We stepped inside the dealership and were greeted by the personnel, but we were least interested in them. All three pairs of eyes were anxious to catch a glimpse of the new ‘monster’. We were led to the car and on the first glance, from a distance, our mouths opened wide with awe. There she was, a true monster by size, but amazingly calm by appearance and showing off all her glory. We were bowled off by the stunning looks and wide tires and good muscular alloys accentuating her beauty. The chrome surrounding the grille and wide stance further complemented the look, and with a built to last feel, we were almost certain that this car would be the new talk of the town.
Having fully appreciated the exterior build and looks, I decide to move inside. Opening the driver door, I stepped inside. Entering inside was quite comfortable with the floor being neither too high nor too low. A look around, and I was impressed with the kind of features Tata has provided inside. I shut the door and it closed with a great reassuring thud, showing its quality and gave me the assurance of being safe in the vehicle in the event of a crash. The audio looked impressive and had a well put together feel, and the steering and mounted controls were also like a breath of fresh air (compared to Manza, which had the smallest controls possible and required a magnifying glass to figure out). I was expecting to see the GPS, which is a first in class feature, but I was disappointed to find that the car was not a top variant one and had no GPS tracking. The 4X2 switch reminded us of the fact that we are in a car with tremendous off road abilities. The new overhead storage spaces appeared to be of great quality and their damped opening, is truly a treat to watch. The new red color scheme gave a dull feeling and failed to impress us though. The new offset gear lever generated some interest, but it soon subsided when it started twisting in our hands and the questions on quality started to rise. The instrument panel, with its squarish proportions, felt good and nice to touch and feel, but the speedometer console looked so bland and uninspiring. The gap between the console and the door panels was so huge that I could put my palms in it with ease. The quality of plastics used is also not great, giving me a mixed feeling about the vehicle. The seats are also not up to the level of cars in this price range, with hard cushions and bench like thigh support at the front. The arm rests at the front were a relief though.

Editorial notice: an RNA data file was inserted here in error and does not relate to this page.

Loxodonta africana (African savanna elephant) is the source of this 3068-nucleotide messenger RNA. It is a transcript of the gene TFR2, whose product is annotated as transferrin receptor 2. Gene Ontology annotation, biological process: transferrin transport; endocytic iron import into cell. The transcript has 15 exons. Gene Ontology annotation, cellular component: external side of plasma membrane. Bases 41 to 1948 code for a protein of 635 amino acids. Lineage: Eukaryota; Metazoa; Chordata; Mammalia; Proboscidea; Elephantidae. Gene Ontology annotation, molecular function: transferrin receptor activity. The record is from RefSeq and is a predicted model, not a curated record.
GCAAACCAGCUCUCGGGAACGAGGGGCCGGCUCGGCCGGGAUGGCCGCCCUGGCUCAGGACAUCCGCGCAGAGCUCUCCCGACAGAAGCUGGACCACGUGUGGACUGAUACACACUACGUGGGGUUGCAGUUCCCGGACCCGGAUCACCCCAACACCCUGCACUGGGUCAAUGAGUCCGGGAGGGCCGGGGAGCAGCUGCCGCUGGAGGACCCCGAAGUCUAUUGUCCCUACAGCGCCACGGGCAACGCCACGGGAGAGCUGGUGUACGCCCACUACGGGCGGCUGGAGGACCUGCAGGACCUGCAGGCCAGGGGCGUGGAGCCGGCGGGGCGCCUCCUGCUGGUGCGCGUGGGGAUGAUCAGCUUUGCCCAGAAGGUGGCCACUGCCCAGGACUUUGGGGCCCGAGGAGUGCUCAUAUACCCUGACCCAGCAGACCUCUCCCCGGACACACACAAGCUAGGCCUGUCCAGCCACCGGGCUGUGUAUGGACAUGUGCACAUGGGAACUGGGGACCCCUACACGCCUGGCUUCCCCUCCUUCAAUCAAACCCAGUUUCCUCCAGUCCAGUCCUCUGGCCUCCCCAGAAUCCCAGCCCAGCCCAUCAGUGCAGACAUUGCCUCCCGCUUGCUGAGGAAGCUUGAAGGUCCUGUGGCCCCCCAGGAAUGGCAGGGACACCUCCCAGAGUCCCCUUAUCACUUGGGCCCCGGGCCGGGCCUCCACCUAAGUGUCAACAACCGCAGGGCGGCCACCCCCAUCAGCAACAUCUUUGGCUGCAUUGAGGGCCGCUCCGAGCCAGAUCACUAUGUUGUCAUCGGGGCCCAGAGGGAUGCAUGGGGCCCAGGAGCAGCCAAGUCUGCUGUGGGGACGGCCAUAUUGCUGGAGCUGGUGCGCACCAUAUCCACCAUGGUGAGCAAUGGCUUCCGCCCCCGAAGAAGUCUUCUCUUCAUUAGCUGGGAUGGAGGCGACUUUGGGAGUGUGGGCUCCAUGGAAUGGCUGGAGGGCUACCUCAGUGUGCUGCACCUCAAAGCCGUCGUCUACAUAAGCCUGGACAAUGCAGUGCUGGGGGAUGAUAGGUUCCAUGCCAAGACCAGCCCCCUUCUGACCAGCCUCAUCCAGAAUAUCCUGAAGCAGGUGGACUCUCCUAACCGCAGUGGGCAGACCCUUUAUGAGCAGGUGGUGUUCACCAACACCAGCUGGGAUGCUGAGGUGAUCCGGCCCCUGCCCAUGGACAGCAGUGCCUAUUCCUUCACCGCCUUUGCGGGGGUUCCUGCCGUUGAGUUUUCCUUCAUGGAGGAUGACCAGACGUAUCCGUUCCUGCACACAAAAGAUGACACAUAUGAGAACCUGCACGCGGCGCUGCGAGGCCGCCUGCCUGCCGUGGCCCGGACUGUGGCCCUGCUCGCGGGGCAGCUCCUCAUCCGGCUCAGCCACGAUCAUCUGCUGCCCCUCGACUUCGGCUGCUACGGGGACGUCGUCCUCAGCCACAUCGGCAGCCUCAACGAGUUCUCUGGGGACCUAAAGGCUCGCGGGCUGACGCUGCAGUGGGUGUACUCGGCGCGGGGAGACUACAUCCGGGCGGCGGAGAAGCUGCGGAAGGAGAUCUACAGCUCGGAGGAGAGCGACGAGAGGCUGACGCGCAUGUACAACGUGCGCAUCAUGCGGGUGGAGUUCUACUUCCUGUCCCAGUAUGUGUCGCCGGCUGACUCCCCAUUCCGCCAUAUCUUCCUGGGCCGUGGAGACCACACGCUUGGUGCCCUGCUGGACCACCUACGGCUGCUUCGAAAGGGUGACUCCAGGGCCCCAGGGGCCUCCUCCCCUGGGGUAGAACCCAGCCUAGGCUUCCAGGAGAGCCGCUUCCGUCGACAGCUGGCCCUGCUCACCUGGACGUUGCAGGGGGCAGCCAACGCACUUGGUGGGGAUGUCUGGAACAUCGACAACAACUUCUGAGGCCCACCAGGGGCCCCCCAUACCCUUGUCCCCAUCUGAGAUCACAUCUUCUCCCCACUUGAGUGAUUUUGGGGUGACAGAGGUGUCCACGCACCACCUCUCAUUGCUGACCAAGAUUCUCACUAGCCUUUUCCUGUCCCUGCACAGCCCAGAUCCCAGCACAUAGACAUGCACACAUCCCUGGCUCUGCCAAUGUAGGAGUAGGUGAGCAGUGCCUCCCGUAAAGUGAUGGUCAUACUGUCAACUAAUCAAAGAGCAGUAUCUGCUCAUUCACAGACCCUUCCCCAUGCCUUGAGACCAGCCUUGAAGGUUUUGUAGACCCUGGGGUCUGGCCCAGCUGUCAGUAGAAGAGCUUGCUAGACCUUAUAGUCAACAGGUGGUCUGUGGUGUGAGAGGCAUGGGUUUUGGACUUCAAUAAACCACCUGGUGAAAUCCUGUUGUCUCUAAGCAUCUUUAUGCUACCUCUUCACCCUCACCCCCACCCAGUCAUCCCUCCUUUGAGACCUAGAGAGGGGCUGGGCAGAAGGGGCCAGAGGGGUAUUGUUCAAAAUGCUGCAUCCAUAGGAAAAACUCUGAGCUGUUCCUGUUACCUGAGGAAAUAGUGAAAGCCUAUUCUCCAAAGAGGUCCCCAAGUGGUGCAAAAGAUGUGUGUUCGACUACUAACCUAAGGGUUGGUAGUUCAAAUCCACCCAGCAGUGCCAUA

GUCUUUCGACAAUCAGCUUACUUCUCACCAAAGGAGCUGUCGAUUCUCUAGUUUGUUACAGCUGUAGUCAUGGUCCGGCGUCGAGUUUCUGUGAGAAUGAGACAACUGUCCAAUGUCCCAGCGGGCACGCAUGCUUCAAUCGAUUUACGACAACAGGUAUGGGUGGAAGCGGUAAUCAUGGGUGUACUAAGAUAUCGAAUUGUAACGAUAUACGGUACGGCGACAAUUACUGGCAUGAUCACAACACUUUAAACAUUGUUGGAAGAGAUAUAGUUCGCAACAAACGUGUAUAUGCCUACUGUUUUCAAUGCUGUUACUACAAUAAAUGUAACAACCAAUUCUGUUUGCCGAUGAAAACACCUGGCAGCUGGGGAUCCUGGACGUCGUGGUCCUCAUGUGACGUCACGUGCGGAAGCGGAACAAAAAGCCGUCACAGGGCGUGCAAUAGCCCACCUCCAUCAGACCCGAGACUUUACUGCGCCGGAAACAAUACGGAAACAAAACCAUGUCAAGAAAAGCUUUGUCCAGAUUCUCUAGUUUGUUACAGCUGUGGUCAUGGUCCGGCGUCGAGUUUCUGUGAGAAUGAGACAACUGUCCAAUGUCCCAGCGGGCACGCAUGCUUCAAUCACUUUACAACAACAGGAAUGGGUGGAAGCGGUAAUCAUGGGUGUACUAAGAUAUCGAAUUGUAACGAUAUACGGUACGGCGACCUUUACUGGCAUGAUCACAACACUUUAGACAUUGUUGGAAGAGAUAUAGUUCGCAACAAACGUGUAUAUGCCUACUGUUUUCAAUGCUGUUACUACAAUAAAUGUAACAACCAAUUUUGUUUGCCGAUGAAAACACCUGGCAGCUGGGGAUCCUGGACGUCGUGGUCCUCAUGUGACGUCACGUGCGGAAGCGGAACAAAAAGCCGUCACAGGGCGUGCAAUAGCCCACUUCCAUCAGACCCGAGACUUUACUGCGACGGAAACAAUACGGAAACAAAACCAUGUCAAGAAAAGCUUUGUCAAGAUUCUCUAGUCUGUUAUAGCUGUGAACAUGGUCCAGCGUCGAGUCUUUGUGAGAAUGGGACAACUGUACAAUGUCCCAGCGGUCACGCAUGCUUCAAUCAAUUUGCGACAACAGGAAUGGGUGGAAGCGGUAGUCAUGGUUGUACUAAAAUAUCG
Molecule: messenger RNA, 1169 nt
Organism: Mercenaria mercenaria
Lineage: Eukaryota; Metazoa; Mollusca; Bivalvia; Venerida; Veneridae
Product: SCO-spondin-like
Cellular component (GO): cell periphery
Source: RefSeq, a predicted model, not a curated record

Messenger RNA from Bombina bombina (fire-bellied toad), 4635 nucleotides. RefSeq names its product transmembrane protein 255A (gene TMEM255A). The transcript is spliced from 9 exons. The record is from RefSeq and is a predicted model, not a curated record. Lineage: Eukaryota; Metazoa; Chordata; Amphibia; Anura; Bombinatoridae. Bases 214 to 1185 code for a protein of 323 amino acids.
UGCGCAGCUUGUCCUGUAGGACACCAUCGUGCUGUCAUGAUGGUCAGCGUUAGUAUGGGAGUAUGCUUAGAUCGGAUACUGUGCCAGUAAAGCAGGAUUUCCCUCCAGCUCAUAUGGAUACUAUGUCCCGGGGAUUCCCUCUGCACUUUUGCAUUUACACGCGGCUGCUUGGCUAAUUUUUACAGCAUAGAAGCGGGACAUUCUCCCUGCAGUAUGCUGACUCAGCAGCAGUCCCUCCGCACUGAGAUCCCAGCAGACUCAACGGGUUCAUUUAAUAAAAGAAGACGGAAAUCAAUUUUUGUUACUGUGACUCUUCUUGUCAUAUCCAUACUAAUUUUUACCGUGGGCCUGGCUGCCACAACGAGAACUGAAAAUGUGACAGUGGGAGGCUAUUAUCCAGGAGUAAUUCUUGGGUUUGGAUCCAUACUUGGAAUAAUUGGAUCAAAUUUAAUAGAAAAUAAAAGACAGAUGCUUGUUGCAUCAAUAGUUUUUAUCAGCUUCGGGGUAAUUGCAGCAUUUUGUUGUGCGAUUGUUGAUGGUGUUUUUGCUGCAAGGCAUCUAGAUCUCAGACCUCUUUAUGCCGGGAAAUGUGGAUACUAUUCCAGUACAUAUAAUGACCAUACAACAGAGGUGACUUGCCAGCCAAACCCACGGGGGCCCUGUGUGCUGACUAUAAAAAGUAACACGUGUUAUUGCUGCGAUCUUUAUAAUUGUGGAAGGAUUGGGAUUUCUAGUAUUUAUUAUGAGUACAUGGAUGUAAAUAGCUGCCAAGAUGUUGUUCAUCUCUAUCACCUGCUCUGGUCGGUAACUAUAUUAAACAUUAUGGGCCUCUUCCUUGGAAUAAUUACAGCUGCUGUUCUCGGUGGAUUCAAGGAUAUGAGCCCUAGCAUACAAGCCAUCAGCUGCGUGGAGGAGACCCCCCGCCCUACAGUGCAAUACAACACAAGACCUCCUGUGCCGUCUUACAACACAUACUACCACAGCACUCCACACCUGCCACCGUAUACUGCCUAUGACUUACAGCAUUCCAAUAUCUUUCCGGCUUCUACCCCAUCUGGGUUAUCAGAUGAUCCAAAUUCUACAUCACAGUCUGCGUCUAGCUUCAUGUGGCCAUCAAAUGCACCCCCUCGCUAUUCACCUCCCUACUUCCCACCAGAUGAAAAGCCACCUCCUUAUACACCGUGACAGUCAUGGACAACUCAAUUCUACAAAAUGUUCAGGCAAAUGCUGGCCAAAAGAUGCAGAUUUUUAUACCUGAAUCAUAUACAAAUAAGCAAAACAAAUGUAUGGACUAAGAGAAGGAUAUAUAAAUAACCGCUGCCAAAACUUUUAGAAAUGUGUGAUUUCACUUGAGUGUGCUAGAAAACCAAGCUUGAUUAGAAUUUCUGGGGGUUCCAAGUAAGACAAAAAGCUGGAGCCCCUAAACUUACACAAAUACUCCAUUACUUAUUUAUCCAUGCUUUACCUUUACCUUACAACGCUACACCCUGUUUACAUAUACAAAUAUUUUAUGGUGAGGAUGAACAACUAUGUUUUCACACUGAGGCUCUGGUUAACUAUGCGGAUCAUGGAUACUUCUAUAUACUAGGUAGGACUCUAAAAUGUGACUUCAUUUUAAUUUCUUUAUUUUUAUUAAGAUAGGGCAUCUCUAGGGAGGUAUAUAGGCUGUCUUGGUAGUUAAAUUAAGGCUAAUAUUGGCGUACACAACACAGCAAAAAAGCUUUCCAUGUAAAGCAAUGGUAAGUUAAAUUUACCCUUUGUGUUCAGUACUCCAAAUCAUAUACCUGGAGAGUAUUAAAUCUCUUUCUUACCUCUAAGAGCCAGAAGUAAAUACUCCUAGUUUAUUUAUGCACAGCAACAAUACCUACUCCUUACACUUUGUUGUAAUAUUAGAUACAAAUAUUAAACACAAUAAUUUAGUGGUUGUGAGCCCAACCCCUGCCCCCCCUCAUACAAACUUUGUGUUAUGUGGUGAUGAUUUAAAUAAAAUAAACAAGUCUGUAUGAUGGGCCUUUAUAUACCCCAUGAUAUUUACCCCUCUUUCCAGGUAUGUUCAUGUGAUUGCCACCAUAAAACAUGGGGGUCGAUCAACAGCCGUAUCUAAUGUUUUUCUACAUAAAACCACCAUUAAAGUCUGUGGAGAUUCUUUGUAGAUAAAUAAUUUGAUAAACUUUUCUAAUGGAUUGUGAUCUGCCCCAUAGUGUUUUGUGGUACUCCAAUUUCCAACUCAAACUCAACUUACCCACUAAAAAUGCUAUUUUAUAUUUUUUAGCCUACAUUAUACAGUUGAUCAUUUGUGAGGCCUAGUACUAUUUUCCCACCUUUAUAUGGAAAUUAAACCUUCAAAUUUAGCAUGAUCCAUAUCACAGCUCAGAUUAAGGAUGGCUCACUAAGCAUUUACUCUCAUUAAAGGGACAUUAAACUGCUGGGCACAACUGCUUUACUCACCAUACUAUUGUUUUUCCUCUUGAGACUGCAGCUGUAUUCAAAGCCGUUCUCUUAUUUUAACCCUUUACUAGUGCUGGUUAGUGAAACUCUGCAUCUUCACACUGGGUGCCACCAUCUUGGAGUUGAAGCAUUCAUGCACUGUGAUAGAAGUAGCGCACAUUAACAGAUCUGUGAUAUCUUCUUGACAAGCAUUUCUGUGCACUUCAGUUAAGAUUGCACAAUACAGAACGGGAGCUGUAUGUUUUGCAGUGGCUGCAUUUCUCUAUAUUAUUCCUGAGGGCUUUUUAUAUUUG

Hoping to find no further faults and hamper the image the car had in my mind, I hopped on to the rear seat. There was ample room for three and the legroom and headroom were also great. It was then I noticed the pillar mounted AC vents, totally different form all Innovas and Xylos and Scorpios I had seen till now.
Having seen enough, I moved on to the last row of seats, with my friends occupying the centre seats. The seats were decently comfortable unless we folded the middle row seats. But once folded, their hard board back started rubbing against my knees and I found it difficult to be inside for more than a minute. The seating position was no better and with my knees facing skyward and my head touching the roof (Oh… forgot to say…I’m 5’10” long and average built), it was like a nightmare. Happy to find a couple of cup holders in the rear seat like in Innova, I tried opening them. It was as if they didn’t want to be opened and they protested by opening in a way similar to the creaky doors in ghost movies. The only good point I could find was the generous outside visibility, even at the third row. Also I was surprised to find a side window defogger, but only on the side opposite to the driver, maybe to help his visibility while parking.